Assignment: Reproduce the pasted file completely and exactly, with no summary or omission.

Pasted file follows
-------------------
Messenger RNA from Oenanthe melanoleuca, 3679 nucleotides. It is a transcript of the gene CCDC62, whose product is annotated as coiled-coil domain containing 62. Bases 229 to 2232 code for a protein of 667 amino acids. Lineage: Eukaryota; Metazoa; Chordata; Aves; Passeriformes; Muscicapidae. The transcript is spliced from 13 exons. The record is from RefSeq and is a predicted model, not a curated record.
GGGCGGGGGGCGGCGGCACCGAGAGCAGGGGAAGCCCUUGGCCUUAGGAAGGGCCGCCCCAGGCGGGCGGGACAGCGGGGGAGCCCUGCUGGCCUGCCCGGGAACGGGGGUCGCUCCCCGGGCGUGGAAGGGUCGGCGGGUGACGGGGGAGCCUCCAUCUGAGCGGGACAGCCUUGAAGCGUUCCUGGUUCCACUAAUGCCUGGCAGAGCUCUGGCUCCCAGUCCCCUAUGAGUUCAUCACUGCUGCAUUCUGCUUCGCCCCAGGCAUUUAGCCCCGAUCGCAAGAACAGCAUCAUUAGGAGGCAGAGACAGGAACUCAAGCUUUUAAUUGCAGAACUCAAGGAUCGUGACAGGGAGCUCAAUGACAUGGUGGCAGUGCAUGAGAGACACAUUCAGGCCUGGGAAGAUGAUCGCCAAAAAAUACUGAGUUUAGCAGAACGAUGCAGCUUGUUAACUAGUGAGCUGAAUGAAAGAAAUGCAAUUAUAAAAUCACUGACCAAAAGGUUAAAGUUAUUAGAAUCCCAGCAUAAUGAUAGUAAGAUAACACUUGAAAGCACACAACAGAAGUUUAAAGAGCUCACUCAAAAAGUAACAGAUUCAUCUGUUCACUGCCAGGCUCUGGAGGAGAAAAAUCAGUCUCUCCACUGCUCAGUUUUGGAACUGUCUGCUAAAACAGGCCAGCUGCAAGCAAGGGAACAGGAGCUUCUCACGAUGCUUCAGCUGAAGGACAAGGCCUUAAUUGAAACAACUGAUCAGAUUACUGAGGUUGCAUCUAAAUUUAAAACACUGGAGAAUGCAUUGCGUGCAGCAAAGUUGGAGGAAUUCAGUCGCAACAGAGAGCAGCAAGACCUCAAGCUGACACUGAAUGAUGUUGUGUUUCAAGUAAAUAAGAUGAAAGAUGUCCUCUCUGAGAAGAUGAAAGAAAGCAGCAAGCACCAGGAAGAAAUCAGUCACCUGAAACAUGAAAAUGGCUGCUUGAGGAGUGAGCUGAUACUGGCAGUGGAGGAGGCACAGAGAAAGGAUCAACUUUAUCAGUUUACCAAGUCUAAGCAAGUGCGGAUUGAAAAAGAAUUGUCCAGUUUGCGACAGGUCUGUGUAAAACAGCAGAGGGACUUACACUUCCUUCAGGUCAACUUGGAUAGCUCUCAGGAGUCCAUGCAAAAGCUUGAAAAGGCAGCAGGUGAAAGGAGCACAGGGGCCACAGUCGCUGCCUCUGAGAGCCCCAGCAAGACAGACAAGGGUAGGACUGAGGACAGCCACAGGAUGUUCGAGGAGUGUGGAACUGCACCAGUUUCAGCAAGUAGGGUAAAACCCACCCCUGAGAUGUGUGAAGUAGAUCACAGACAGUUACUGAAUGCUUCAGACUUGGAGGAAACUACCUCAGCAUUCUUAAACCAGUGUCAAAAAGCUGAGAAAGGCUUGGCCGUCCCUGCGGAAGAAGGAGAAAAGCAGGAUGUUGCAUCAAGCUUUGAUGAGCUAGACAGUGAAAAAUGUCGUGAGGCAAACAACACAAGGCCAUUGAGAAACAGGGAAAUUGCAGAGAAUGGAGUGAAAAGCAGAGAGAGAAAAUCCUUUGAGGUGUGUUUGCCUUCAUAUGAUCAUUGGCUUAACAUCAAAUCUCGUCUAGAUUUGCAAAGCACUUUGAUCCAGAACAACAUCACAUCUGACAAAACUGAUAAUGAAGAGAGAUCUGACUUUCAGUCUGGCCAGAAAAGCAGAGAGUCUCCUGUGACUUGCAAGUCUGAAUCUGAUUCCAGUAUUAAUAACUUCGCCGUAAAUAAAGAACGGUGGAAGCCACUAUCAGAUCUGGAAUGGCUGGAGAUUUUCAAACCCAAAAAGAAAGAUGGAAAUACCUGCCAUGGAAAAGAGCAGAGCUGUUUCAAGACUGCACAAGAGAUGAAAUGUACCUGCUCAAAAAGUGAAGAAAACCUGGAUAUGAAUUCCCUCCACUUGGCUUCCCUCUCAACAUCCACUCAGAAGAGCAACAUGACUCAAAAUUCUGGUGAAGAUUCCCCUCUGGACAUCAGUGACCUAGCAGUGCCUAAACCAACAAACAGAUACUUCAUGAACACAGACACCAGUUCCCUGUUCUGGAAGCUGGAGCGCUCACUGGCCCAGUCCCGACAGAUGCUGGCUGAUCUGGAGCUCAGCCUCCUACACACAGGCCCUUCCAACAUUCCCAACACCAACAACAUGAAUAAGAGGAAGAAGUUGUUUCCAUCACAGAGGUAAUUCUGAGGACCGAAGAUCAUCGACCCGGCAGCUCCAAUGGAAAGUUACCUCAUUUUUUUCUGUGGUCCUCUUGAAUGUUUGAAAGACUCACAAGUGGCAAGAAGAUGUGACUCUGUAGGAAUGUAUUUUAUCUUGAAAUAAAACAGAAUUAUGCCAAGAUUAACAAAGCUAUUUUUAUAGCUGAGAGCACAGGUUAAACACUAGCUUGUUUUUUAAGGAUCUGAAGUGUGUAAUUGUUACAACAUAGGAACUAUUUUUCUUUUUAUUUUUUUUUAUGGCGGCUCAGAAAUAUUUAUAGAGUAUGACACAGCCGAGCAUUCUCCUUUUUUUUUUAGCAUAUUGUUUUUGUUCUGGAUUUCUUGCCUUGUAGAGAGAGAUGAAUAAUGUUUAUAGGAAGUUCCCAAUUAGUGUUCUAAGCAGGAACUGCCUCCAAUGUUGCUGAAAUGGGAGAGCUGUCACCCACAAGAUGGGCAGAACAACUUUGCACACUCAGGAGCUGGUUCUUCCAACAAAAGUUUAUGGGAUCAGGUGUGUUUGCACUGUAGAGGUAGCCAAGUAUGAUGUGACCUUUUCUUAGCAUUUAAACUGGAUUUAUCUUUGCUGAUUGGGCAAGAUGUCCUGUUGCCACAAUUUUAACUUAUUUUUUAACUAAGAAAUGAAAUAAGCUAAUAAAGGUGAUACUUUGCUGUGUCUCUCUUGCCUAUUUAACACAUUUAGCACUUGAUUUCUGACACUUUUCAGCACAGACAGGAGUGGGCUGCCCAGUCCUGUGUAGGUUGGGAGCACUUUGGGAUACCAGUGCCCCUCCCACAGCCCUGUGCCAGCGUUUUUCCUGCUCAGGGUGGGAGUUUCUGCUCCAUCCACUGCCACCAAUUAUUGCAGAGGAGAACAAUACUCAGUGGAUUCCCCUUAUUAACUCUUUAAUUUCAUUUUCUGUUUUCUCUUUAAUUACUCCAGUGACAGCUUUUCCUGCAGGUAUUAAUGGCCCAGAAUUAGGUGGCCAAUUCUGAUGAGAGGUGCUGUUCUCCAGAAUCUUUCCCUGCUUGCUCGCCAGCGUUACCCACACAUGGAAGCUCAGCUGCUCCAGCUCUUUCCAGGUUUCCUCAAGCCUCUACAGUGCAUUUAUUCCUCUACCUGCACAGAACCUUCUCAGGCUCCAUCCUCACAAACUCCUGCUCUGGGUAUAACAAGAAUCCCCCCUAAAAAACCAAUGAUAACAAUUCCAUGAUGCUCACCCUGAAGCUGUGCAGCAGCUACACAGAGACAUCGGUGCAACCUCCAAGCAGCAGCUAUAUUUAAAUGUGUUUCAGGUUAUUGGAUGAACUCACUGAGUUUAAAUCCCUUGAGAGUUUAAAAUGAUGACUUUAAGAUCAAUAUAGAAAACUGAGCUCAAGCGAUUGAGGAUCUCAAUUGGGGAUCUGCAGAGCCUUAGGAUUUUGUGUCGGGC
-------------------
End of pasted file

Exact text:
Messenger RNA from Oenanthe melanoleuca, 3679 nucleotides. It is a transcript of the gene CCDC62, whose product is annotated as coiled-coil domain containing 62. Bases 229 to 2232 code for a protein of 667 amino acids. Lineage: Eukaryota; Metazoa; Chordata; Aves; Passeriformes; Muscicapidae. The transcript is spliced from 13 exons. The record is from RefSeq and is a predicted model, not a curated record.
GGGCGGGGGGCGGCGGCACCGAGAGCAGGGGAAGCCCUUGGCCUUAGGAAGGGCCGCCCCAGGCGGGCGGGACAGCGGGGGAGCCCUGCUGGCCUGCCCGGGAACGGGGGUCGCUCCCCGGGCGUGGAAGGGUCGGCGGGUGACGGGGGAGCCUCCAUCUGAGCGGGACAGCCUUGAAGCGUUCCUGGUUCCACUAAUGCCUGGCAGAGCUCUGGCUCCCAGUCCCCUAUGAGUUCAUCACUGCUGCAUUCUGCUUCGCCCCAGGCAUUUAGCCCCGAUCGCAAGAACAGCAUCAUUAGGAGGCAGAGACAGGAACUCAAGCUUUUAAUUGCAGAACUCAAGGAUCGUGACAGGGAGCUCAAUGACAUGGUGGCAGUGCAUGAGAGACACAUUCAGGCCUGGGAAGAUGAUCGCCAAAAAAUACUGAGUUUAGCAGAACGAUGCAGCUUGUUAACUAGUGAGCUGAAUGAAAGAAAUGCAAUUAUAAAAUCACUGACCAAAAGGUUAAAGUUAUUAGAAUCCCAGCAUAAUGAUAGUAAGAUAACACUUGAAAGCACACAACAGAAGUUUAAAGAGCUCACUCAAAAAGUAACAGAUUCAUCUGUUCACUGCCAGGCUCUGGAGGAGAAAAAUCAGUCUCUCCACUGCUCAGUUUUGGAACUGUCUGCUAAAACAGGCCAGCUGCAAGCAAGGGAACAGGAGCUUCUCACGAUGCUUCAGCUGAAGGACAAGGCCUUAAUUGAAACAACUGAUCAGAUUACUGAGGUUGCAUCUAAAUUUAAAACACUGGAGAAUGCAUUGCGUGCAGCAAAGUUGGAGGAAUUCAGUCGCAACAGAGAGCAGCAAGACCUCAAGCUGACACUGAAUGAUGUUGUGUUUCAAGUAAAUAAGAUGAAAGAUGUCCUCUCUGAGAAGAUGAAAGAAAGCAGCAAGCACCAGGAAGAAAUCAGUCACCUGAAACAUGAAAAUGGCUGCUUGAGGAGUGAGCUGAUACUGGCAGUGGAGGAGGCACAGAGAAAGGAUCAACUUUAUCAGUUUACCAAGUCUAAGCAAGUGCGGAUUGAAAAAGAAUUGUCCAGUUUGCGACAGGUCUGUGUAAAACAGCAGAGGGACUUACACUUCCUUCAGGUCAACUUGGAUAGCUCUCAGGAGUCCAUGCAAAAGCUUGAAAAGGCAGCAGGUGAAAGGAGCACAGGGGCCACAGUCGCUGCCUCUGAGAGCCCCAGCAAGACAGACAAGGGUAGGACUGAGGACAGCCACAGGAUGUUCGAGGAGUGUGGAACUGCACCAGUUUCAGCAAGUAGGGUAAAACCCACCCCUGAGAUGUGUGAAGUAGAUCACAGACAGUUACUGAAUGCUUCAGACUUGGAGGAAACUACCUCAGCAUUCUUAAACCAGUGUCAAAAAGCUGAGAAAGGCUUGGCCGUCCCUGCGGAAGAAGGAGAAAAGCAGGAUGUUGCAUCAAGCUUUGAUGAGCUAGACAGUGAAAAAUGUCGUGAGGCAAACAACACAAGGCCAUUGAGAAACAGGGAAAUUGCAGAGAAUGGAGUGAAAAGCAGAGAGAGAAAAUCCUUUGAGGUGUGUUUGCCUUCAUAUGAUCAUUGGCUUAACAUCAAAUCUCGUCUAGAUUUGCAAAGCACUUUGAUCCAGAACAACAUCACAUCUGACAAAACUGAUAAUGAAGAGAGAUCUGACUUUCAGUCUGGCCAGAAAAGCAGAGAGUCUCCUGUGACUUGCAAGUCUGAAUCUGAUUCCAGUAUUAAUAACUUCGCCGUAAAUAAAGAACGGUGGAAGCCACUAUCAGAUCUGGAAUGGCUGGAGAUUUUCAAACCCAAAAAGAAAGAUGGAAAUACCUGCCAUGGAAAAGAGCAGAGCUGUUUCAAGACUGCACAAGAGAUGAAAUGUACCUGCUCAAAAAGUGAAGAAAACCUGGAUAUGAAUUCCCUCCACUUGGCUUCCCUCUCAACAUCCACUCAGAAGAGCAACAUGACUCAAAAUUCUGGUGAAGAUUCCCCUCUGGACAUCAGUGACCUAGCAGUGCCUAAACCAACAAACAGAUACUUCAUGAACACAGACACCAGUUCCCUGUUCUGGAAGCUGGAGCGCUCACUGGCCCAGUCCCGACAGAUGCUGGCUGAUCUGGAGCUCAGCCUCCUACACACAGGCCCUUCCAACAUUCCCAACACCAACAACAUGAAUAAGAGGAAGAAGUUGUUUCCAUCACAGAGGUAAUUCUGAGGACCGAAGAUCAUCGACCCGGCAGCUCCAAUGGAAAGUUACCUCAUUUUUUUCUGUGGUCCUCUUGAAUGUUUGAAAGACUCACAAGUGGCAAGAAGAUGUGACUCUGUAGGAAUGUAUUUUAUCUUGAAAUAAAACAGAAUUAUGCCAAGAUUAACAAAGCUAUUUUUAUAGCUGAGAGCACAGGUUAAACACUAGCUUGUUUUUUAAGGAUCUGAAGUGUGUAAUUGUUACAACAUAGGAACUAUUUUUCUUUUUAUUUUUUUUUAUGGCGGCUCAGAAAUAUUUAUAGAGUAUGACACAGCCGAGCAUUCUCCUUUUUUUUUUAGCAUAUUGUUUUUGUUCUGGAUUUCUUGCCUUGUAGAGAGAGAUGAAUAAUGUUUAUAGGAAGUUCCCAAUUAGUGUUCUAAGCAGGAACUGCCUCCAAUGUUGCUGAAAUGGGAGAGCUGUCACCCACAAGAUGGGCAGAACAACUUUGCACACUCAGGAGCUGGUUCUUCCAACAAAAGUUUAUGGGAUCAGGUGUGUUUGCACUGUAGAGGUAGCCAAGUAUGAUGUGACCUUUUCUUAGCAUUUAAACUGGAUUUAUCUUUGCUGAUUGGGCAAGAUGUCCUGUUGCCACAAUUUUAACUUAUUUUUUAACUAAGAAAUGAAAUAAGCUAAUAAAGGUGAUACUUUGCUGUGUCUCUCUUGCCUAUUUAACACAUUUAGCACUUGAUUUCUGACACUUUUCAGCACAGACAGGAGUGGGCUGCCCAGUCCUGUGUAGGUUGGGAGCACUUUGGGAUACCAGUGCCCCUCCCACAGCCCUGUGCCAGCGUUUUUCCUGCUCAGGGUGGGAGUUUCUGCUCCAUCCACUGCCACCAAUUAUUGCAGAGGAGAACAAUACUCAGUGGAUUCCCCUUAUUAACUCUUUAAUUUCAUUUUCUGUUUUCUCUUUAAUUACUCCAGUGACAGCUUUUCCUGCAGGUAUUAAUGGCCCAGAAUUAGGUGGCCAAUUCUGAUGAGAGGUGCUGUUCUCCAGAAUCUUUCCCUGCUUGCUCGCCAGCGUUACCCACACAUGGAAGCUCAGCUGCUCCAGCUCUUUCCAGGUUUCCUCAAGCCUCUACAGUGCAUUUAUUCCUCUACCUGCACAGAACCUUCUCAGGCUCCAUCCUCACAAACUCCUGCUCUGGGUAUAACAAGAAUCCCCCCUAAAAAACCAAUGAUAACAAUUCCAUGAUGCUCACCCUGAAGCUGUGCAGCAGCUACACAGAGACAUCGGUGCAACCUCCAAGCAGCAGCUAUAUUUAAAUGUGUUUCAGGUUAUUGGAUGAACUCACUGAGUUUAAAUCCCUUGAGAGUUUAAAAUGAUGACUUUAAGAUCAAUAUAGAAAACUGAGCUCAAGCGAUUGAGGAUCUCAAUUGGGGAUCUGCAGAGCCUUAGGAUUUUGUGUCGGGC